Outcomes of the Surgical Treatment of Peripheral Neuromas of the Hand and Forearm: A 25-Year Comparative Outcome Study


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Abstract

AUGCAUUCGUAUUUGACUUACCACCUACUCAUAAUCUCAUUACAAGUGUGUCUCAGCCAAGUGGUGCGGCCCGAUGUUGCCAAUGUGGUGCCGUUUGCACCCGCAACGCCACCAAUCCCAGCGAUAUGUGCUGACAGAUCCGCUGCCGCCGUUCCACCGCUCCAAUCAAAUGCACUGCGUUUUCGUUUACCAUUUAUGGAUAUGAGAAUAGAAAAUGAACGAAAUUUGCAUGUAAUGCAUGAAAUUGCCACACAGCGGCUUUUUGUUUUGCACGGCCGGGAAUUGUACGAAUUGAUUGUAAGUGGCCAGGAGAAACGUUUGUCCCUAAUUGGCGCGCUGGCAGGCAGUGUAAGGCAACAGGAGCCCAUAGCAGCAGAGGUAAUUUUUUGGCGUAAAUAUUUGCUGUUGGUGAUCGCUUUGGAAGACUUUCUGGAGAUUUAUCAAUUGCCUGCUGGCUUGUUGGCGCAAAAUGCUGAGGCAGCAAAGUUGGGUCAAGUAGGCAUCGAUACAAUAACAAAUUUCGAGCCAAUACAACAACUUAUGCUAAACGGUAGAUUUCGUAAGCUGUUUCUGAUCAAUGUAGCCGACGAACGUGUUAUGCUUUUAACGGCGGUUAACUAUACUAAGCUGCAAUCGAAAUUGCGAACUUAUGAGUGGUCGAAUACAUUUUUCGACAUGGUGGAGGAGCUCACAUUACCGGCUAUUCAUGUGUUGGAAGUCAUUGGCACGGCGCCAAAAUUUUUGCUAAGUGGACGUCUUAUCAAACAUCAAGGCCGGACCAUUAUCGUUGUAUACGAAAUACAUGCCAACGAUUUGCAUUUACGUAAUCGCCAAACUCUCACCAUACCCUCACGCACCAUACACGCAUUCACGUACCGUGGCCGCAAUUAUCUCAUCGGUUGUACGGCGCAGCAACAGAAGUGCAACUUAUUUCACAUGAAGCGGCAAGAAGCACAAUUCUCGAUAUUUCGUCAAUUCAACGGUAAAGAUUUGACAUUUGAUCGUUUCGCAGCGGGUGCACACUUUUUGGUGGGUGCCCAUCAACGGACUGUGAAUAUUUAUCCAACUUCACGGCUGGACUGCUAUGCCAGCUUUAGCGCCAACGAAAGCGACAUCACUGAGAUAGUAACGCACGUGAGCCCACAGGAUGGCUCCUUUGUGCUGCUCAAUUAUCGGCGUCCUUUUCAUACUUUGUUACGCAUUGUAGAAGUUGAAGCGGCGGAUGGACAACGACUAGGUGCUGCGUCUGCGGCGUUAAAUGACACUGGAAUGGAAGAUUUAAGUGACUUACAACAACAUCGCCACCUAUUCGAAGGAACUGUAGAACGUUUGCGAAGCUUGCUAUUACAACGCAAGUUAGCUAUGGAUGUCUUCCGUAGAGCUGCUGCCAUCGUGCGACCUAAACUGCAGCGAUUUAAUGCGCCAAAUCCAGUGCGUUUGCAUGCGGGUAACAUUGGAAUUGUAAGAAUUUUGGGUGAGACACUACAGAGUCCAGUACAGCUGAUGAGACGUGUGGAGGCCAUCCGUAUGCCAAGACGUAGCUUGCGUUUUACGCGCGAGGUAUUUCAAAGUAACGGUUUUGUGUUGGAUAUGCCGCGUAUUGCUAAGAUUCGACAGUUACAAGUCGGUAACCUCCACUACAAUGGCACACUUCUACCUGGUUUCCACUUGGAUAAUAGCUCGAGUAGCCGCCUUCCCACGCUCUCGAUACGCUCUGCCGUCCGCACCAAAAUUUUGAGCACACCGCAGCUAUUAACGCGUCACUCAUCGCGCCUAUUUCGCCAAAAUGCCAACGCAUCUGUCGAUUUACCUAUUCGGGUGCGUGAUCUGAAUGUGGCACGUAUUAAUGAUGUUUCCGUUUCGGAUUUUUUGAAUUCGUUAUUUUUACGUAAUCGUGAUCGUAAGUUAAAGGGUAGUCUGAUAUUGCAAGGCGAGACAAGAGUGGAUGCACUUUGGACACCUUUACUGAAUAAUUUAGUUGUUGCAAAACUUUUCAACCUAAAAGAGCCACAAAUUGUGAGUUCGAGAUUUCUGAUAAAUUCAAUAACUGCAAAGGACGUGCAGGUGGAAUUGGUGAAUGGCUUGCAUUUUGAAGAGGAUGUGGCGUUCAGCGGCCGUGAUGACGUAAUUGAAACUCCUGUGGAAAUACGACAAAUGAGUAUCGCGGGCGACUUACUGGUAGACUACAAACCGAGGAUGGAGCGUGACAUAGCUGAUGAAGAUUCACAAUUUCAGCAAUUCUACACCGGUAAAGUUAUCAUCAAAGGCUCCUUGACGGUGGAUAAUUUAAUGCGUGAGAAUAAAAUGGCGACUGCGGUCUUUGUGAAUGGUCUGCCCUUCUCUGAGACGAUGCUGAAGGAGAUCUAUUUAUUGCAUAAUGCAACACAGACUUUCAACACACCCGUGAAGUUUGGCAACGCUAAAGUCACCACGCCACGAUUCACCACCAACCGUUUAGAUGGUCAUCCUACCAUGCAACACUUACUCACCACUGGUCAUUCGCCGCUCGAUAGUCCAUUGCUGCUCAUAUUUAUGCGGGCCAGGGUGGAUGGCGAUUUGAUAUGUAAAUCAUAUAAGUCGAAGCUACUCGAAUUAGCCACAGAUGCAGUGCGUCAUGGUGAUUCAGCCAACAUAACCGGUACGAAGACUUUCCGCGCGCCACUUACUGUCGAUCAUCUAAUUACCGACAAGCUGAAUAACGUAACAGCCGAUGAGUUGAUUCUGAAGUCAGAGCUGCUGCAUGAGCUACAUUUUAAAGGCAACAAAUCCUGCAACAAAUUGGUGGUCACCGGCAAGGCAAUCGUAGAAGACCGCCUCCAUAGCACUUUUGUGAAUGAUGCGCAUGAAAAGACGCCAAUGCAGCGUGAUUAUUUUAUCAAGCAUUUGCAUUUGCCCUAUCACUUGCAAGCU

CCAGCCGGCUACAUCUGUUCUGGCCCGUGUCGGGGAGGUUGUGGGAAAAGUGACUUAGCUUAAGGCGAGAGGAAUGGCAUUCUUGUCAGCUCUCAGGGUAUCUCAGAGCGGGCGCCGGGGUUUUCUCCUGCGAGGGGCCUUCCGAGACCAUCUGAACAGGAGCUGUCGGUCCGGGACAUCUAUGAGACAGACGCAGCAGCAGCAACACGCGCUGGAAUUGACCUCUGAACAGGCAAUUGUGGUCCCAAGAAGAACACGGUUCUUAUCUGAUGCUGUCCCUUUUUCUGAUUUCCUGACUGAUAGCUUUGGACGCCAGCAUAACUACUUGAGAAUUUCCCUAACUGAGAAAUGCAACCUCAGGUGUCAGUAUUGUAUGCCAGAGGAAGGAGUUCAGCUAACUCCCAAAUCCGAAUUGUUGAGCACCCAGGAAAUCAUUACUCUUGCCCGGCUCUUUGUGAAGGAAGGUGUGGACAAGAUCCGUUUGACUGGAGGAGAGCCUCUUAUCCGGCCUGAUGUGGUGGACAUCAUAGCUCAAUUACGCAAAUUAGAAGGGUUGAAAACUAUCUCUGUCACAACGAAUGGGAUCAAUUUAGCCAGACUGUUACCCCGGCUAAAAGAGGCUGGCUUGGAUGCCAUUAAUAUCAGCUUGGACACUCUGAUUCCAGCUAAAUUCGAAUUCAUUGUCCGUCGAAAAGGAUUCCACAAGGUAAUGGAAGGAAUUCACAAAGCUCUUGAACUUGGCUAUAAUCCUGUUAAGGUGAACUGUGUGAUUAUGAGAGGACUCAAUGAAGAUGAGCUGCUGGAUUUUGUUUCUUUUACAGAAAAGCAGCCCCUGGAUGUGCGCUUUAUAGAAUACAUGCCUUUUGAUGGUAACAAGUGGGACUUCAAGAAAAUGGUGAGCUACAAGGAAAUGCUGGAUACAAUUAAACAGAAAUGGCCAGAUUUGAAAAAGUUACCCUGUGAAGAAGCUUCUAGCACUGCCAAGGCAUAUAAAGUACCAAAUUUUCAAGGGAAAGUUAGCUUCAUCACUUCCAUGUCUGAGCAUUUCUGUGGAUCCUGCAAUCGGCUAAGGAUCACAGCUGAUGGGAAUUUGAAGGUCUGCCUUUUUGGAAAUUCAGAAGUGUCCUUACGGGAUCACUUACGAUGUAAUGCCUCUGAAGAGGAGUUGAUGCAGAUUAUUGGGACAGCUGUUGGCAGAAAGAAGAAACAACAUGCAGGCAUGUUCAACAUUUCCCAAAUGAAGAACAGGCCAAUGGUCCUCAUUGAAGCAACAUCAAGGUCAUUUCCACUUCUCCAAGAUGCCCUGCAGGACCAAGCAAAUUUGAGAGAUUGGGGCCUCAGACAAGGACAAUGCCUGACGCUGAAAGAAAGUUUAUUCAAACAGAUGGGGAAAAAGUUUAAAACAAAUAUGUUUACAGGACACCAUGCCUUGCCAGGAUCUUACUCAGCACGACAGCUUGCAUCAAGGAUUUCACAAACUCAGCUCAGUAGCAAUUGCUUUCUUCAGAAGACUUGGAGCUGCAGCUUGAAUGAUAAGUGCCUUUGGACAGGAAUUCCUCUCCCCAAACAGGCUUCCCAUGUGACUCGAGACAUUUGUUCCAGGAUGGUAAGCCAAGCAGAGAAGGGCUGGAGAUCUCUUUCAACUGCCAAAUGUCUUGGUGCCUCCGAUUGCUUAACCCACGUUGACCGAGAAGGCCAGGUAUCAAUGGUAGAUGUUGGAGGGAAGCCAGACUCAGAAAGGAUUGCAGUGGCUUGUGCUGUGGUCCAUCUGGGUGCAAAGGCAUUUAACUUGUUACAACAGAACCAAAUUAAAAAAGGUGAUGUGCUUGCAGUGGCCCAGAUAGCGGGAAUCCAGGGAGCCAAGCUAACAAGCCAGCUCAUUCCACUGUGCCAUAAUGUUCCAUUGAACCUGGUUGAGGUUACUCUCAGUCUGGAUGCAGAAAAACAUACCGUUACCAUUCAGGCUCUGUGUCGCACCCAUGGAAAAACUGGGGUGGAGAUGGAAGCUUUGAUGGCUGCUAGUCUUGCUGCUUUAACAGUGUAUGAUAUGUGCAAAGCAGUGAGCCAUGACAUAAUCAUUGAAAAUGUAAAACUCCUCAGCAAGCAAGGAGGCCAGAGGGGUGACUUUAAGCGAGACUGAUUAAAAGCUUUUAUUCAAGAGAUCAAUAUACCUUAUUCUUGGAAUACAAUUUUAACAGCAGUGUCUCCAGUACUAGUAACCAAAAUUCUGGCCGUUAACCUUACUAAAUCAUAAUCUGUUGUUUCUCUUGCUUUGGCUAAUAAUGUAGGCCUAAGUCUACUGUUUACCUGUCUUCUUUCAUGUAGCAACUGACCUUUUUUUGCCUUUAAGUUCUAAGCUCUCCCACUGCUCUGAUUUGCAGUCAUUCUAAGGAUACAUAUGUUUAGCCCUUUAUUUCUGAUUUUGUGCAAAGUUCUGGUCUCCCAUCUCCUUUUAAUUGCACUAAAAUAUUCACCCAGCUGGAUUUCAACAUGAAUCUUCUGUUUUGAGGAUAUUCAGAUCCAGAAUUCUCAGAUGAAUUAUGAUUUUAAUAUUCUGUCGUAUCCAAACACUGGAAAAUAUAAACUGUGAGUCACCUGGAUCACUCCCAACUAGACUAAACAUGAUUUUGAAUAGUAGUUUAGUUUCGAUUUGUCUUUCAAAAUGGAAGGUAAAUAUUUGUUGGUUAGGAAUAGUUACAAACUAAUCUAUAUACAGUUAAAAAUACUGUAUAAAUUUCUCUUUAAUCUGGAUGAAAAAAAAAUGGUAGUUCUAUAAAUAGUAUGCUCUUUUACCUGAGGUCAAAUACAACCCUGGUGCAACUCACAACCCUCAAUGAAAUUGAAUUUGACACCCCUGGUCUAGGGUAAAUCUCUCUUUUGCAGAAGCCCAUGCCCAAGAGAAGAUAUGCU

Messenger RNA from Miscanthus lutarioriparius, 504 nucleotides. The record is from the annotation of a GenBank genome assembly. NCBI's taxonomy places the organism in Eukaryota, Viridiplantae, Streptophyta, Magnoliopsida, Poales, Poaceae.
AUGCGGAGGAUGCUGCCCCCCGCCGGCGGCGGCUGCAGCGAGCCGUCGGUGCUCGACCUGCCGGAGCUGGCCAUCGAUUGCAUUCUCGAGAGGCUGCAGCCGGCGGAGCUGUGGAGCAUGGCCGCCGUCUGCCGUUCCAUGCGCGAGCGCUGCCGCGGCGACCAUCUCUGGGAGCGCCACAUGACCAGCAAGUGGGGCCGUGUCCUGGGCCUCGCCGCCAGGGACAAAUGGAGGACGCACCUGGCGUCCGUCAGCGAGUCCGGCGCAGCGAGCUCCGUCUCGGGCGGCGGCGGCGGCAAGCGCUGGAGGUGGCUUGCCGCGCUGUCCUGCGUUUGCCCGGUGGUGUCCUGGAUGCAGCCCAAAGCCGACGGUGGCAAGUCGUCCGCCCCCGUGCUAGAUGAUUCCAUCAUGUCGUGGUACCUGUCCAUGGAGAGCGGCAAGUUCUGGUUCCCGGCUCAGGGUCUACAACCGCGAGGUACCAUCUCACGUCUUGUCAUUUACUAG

PurposePeripheral neuromas within the upper extremity result in significant disability. Treatment options vary, and established protocols have yet to be determined. We performed a long-term outcome comparison examining different treatment options for peripheral upper extremity neuromas to determine which method provided superior results using a validated upper extremity outcome measurement system.MethodsA retrospective chart review was performed for all patients undergoing surgical intervention from 1980 to 2005 for a symptomatic neuroma of the hand or forearm. Patients’ charts were reviewed for medical history, etiology of neuroma, and treatment outcomes. Patients were surveyed using the Disabilities of the Arm, Shoulder, and Hand (DASH) questionnaire and pain evaluation questionnaires.ResultsWe identified 127 eligible patients who had their index procedure performed at our institution. Fifty-six patients completed the questionnaires. In all cases, verification of a neuroma was made on pathologic and surgical examination. Follow-up averaged 240 months from the time of surgery. Mean age at the time of surgery was 40 years (range, 19–72 years). Of all the patients, 11 were treated with muscle or bone transposition, 17 with simple excision, and 28 with nerve repair and neurolysis. Mean DASH score at the final follow-up was 19.75 (range, 0–78.3). Patients who underwent neuroma excision with nerve repair had significantly lower postoperative DASH scores, averaging 11.42, compared with either muscle or bone transposition or simple excision (mean DASH score, 22.4 and 32.0, respectively, P = 0.01). The number of neuroma procedures (P = 0.04), preoperative pain severity (P = 0.03), and postoperative pain severity (P = 0.04) all affected the final DASH score. Fifteen patients (27%) required more than 1 surgery. Simple neuroma excision resulting in the highest incidence of reoperations (47%).ConclusionsTreatment of upper extremity neuromas remains a complicated problem. Within this study, nerve repair yielded improved DASH scores compared with nerve transposition or the use of simple resection. Resection alone was associated with an unacceptable recurrence rate and should be discouraged as treatment for upper extremity neuromas. Prior surgical procedures, neuroma size, and the severity of preoperative pain may all adversely impact the success of surgical intervention.

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